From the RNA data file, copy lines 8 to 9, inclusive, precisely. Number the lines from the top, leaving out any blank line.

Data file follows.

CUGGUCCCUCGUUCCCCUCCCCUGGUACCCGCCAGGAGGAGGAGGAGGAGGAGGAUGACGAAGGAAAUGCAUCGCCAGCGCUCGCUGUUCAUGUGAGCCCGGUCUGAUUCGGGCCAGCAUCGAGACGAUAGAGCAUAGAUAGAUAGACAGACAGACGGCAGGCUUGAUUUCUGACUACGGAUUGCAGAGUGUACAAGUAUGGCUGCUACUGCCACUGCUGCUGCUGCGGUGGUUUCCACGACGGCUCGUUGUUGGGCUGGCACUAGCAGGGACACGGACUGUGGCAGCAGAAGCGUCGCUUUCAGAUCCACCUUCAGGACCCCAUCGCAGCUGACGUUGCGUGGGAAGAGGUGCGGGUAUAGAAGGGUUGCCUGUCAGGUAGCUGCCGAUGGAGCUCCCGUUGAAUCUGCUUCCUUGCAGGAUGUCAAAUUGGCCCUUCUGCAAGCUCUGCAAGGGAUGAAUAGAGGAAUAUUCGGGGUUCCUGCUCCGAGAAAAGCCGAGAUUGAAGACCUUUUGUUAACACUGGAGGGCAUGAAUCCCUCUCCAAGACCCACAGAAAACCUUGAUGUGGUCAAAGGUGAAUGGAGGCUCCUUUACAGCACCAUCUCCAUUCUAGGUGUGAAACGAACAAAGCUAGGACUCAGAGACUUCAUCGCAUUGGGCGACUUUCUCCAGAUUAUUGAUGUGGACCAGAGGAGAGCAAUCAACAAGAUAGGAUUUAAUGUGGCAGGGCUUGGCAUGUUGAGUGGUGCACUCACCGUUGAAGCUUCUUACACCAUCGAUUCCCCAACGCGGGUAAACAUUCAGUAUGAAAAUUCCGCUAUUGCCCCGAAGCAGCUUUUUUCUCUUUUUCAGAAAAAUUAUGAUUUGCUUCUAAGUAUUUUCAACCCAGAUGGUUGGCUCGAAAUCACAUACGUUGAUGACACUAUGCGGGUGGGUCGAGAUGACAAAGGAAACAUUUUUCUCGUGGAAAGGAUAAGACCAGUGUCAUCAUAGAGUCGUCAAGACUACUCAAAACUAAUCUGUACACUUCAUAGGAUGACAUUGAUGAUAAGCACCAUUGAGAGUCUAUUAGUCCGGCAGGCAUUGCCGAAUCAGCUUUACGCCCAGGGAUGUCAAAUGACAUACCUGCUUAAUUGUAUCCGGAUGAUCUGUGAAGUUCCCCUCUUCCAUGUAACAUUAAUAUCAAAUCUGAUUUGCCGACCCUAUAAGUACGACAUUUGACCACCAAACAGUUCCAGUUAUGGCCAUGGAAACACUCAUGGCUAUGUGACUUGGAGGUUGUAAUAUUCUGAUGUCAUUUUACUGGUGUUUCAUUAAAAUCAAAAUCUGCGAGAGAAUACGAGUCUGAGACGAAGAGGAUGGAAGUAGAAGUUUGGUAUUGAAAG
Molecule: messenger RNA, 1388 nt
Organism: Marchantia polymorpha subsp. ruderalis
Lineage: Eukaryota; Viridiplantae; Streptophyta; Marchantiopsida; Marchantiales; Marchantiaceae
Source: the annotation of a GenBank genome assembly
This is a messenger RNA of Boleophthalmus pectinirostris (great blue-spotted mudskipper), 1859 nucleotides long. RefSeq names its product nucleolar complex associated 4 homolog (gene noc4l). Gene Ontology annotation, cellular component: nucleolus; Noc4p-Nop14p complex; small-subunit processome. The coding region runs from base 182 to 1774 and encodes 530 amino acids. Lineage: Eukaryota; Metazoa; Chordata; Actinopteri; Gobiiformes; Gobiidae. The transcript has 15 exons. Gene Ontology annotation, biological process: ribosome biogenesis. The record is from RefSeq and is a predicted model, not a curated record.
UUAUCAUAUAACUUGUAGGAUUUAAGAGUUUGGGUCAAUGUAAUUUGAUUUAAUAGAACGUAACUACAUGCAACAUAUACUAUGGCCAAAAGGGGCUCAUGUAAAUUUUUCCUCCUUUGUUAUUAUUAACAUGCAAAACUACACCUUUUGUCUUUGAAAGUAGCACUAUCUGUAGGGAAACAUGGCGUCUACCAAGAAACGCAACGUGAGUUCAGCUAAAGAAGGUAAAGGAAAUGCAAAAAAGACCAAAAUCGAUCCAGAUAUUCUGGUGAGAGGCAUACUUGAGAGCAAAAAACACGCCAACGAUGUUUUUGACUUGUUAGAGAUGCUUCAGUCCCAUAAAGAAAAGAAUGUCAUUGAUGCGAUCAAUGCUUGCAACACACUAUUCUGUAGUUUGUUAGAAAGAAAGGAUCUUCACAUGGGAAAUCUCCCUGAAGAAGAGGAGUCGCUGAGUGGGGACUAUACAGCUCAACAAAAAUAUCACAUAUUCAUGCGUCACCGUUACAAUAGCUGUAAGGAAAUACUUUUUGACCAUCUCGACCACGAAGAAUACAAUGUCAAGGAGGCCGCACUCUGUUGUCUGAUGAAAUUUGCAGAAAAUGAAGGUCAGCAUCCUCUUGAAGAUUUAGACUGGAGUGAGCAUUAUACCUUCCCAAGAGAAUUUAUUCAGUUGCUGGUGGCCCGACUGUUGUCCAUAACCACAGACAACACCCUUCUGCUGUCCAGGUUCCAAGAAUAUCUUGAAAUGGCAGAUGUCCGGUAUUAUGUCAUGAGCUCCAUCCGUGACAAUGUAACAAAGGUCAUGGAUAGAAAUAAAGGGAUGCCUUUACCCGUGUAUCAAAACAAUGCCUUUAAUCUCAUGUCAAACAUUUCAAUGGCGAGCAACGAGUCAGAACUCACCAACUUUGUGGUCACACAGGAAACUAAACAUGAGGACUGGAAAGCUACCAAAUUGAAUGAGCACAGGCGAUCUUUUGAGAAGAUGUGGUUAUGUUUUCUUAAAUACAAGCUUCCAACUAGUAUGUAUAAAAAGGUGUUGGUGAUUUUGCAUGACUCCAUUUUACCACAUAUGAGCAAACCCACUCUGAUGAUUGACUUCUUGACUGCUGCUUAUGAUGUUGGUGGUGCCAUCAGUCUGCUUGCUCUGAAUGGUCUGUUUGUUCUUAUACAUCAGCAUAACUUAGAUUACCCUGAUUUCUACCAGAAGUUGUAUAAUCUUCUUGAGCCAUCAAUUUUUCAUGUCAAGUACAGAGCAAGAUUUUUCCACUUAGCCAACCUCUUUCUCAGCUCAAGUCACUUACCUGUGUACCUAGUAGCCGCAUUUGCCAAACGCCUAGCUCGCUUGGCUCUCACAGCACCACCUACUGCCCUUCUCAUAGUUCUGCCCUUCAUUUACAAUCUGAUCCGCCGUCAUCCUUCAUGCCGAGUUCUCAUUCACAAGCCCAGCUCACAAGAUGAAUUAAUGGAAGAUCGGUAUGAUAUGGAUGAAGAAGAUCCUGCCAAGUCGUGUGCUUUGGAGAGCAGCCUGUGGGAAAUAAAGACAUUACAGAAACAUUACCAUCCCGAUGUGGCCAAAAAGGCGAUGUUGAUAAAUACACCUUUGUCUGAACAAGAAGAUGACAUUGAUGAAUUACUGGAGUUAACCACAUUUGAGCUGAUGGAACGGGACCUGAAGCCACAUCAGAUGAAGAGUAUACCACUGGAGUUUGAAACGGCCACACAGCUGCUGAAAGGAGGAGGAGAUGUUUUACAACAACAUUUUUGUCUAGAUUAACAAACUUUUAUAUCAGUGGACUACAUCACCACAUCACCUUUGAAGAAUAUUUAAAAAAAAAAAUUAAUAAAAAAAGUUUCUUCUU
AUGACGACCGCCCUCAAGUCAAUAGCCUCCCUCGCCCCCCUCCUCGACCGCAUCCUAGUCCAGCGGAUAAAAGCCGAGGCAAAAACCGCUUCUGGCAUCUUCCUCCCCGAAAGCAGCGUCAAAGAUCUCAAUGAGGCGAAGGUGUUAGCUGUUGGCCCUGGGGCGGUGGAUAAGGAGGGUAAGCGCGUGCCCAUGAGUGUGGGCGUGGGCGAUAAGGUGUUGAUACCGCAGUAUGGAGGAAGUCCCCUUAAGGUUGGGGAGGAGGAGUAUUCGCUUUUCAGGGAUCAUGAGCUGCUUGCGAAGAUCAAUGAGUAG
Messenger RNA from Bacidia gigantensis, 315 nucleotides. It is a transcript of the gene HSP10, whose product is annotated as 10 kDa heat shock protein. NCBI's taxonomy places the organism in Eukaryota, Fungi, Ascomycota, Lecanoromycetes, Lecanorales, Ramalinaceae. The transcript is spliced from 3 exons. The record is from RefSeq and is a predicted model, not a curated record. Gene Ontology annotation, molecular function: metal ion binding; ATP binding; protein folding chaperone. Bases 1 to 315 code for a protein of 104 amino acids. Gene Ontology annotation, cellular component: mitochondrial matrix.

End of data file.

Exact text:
AUGACGACCGCCCUCAAGUCAAUAGCCUCCCUCGCCCCCCUCCUCGACCGCAUCCUAGUCCAGCGGAUAAAAGCCGAGGCAAAAACCGCUUCUGGCAUCUUCCUCCCCGAAAGCAGCGUCAAAGAUCUCAAUGAGGCGAAGGUGUUAGCUGUUGGCCCUGGGGCGGUGGAUAAGGAGGGUAAGCGCGUGCCCAUGAGUGUGGGCGUGGGCGAUAAGGUGUUGAUACCGCAGUAUGGAGGAAGUCCCCUUAAGGUUGGGGAGGAGGAGUAUUCGCUUUUCAGGGAUCAUGAGCUGCUUGCGAAGAUCAAUGAGUAG
Messenger RNA from Bacidia gigantensis, 315 nucleotides. It is a transcript of the gene HSP10, whose product is annotated as 10 kDa heat shock protein. NCBI's taxonomy places the organism in Eukaryota, Fungi, Ascomycota, Lecanoromycetes, Lecanorales, Ramalinaceae. The transcript is spliced from 3 exons. The record is from RefSeq and is a predicted model, not a curated record. Gene Ontology annotation, molecular function: metal ion binding; ATP binding; protein folding chaperone. Bases 1 to 315 code for a protein of 104 amino acids. Gene Ontology annotation, cellular component: mitochondrial matrix.